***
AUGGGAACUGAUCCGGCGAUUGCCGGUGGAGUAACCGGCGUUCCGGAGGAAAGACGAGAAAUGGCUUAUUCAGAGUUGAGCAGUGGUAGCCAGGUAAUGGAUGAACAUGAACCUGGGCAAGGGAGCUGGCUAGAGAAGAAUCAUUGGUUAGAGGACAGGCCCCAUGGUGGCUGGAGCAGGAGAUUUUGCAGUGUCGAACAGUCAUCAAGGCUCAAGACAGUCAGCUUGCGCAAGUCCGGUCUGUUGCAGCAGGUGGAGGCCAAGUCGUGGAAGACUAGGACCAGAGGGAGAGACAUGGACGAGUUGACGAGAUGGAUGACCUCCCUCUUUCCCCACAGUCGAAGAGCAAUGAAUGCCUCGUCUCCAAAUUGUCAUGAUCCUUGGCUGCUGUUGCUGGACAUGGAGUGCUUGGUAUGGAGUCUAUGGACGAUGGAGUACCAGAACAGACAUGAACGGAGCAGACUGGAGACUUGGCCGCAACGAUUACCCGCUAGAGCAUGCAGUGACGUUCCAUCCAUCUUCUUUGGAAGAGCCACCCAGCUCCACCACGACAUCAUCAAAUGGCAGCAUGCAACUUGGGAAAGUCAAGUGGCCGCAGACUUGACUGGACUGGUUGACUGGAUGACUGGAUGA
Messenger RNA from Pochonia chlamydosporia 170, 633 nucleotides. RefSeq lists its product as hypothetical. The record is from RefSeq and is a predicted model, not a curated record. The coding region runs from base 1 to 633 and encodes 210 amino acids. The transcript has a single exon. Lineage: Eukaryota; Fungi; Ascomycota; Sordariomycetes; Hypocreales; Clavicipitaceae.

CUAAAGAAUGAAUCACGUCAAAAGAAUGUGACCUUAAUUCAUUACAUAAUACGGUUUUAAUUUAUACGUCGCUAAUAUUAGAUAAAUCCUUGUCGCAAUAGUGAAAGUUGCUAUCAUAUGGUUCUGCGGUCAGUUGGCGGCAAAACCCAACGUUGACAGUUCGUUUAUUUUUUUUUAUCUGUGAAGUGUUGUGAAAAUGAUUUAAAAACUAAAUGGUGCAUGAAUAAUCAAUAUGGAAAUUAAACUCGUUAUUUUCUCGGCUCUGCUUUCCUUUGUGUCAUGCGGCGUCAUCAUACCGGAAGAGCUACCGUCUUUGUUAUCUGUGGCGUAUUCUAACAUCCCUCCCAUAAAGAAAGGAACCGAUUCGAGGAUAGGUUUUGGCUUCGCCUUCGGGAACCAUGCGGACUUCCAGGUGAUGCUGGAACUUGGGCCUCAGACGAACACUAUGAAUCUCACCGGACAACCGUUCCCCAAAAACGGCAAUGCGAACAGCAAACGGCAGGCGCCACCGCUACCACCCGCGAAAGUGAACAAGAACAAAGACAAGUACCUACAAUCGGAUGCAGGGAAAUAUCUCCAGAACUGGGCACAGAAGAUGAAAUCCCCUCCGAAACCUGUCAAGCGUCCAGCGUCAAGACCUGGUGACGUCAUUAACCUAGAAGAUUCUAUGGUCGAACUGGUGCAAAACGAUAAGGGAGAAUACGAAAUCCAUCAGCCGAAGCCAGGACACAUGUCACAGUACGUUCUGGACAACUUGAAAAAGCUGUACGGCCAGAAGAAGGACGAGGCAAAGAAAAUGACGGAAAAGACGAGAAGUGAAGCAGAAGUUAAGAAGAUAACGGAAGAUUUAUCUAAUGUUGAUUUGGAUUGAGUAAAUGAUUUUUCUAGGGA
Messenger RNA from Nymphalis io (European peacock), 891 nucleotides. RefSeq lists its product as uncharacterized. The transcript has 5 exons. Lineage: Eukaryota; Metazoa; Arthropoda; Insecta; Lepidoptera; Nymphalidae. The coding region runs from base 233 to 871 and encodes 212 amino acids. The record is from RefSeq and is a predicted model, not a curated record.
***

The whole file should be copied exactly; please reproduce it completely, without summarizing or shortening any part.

AUGGGAACUGAUCCGGCGAUUGCCGGUGGAGUAACCGGCGUUCCGGAGGAAAGACGAGAAAUGGCUUAUUCAGAGUUGAGCAGUGGUAGCCAGGUAAUGGAUGAACAUGAACCUGGGCAAGGGAGCUGGCUAGAGAAGAAUCAUUGGUUAGAGGACAGGCCCCAUGGUGGCUGGAGCAGGAGAUUUUGCAGUGUCGAACAGUCAUCAAGGCUCAAGACAGUCAGCUUGCGCAAGUCCGGUCUGUUGCAGCAGGUGGAGGCCAAGUCGUGGAAGACUAGGACCAGAGGGAGAGACAUGGACGAGUUGACGAGAUGGAUGACCUCCCUCUUUCCCCACAGUCGAAGAGCAAUGAAUGCCUCGUCUCCAAAUUGUCAUGAUCCUUGGCUGCUGUUGCUGGACAUGGAGUGCUUGGUAUGGAGUCUAUGGACGAUGGAGUACCAGAACAGACAUGAACGGAGCAGACUGGAGACUUGGCCGCAACGAUUACCCGCUAGAGCAUGCAGUGACGUUCCAUCCAUCUUCUUUGGAAGAGCCACCCAGCUCCACCACGACAUCAUCAAAUGGCAGCAUGCAACUUGGGAAAGUCAAGUGGCCGCAGACUUGACUGGACUGGUUGACUGGAUGACUGGAUGA
Messenger RNA from Pochonia chlamydosporia 170, 633 nucleotides. RefSeq lists its product as hypothetical. The record is from RefSeq and is a predicted model, not a curated record. The coding region runs from base 1 to 633 and encodes 210 amino acids. The transcript has a single exon. Lineage: Eukaryota; Fungi; Ascomycota; Sordariomycetes; Hypocreales; Clavicipitaceae.

CUAAAGAAUGAAUCACGUCAAAAGAAUGUGACCUUAAUUCAUUACAUAAUACGGUUUUAAUUUAUACGUCGCUAAUAUUAGAUAAAUCCUUGUCGCAAUAGUGAAAGUUGCUAUCAUAUGGUUCUGCGGUCAGUUGGCGGCAAAACCCAACGUUGACAGUUCGUUUAUUUUUUUUUAUCUGUGAAGUGUUGUGAAAAUGAUUUAAAAACUAAAUGGUGCAUGAAUAAUCAAUAUGGAAAUUAAACUCGUUAUUUUCUCGGCUCUGCUUUCCUUUGUGUCAUGCGGCGUCAUCAUACCGGAAGAGCUACCGUCUUUGUUAUCUGUGGCGUAUUCUAACAUCCCUCCCAUAAAGAAAGGAACCGAUUCGAGGAUAGGUUUUGGCUUCGCCUUCGGGAACCAUGCGGACUUCCAGGUGAUGCUGGAACUUGGGCCUCAGACGAACACUAUGAAUCUCACCGGACAACCGUUCCCCAAAAACGGCAAUGCGAACAGCAAACGGCAGGCGCCACCGCUACCACCCGCGAAAGUGAACAAGAACAAAGACAAGUACCUACAAUCGGAUGCAGGGAAAUAUCUCCAGAACUGGGCACAGAAGAUGAAAUCCCCUCCGAAACCUGUCAAGCGUCCAGCGUCAAGACCUGGUGACGUCAUUAACCUAGAAGAUUCUAUGGUCGAACUGGUGCAAAACGAUAAGGGAGAAUACGAAAUCCAUCAGCCGAAGCCAGGACACAUGUCACAGUACGUUCUGGACAACUUGAAAAAGCUGUACGGCCAGAAGAAGGACGAGGCAAAGAAAAUGACGGAAAAGACGAGAAGUGAAGCAGAAGUUAAGAAGAUAACGGAAGAUUUAUCUAAUGUUGAUUUGGAUUGAGUAAAUGAUUUUUCUAGGGA
Messenger RNA from Nymphalis io (European peacock), 891 nucleotides. RefSeq lists its product as uncharacterized. The transcript has 5 exons. Lineage: Eukaryota; Metazoa; Arthropoda; Insecta; Lepidoptera; Nymphalidae. The coding region runs from base 233 to 871 and encodes 212 amino acids. The record is from RefSeq and is a predicted model, not a curated record.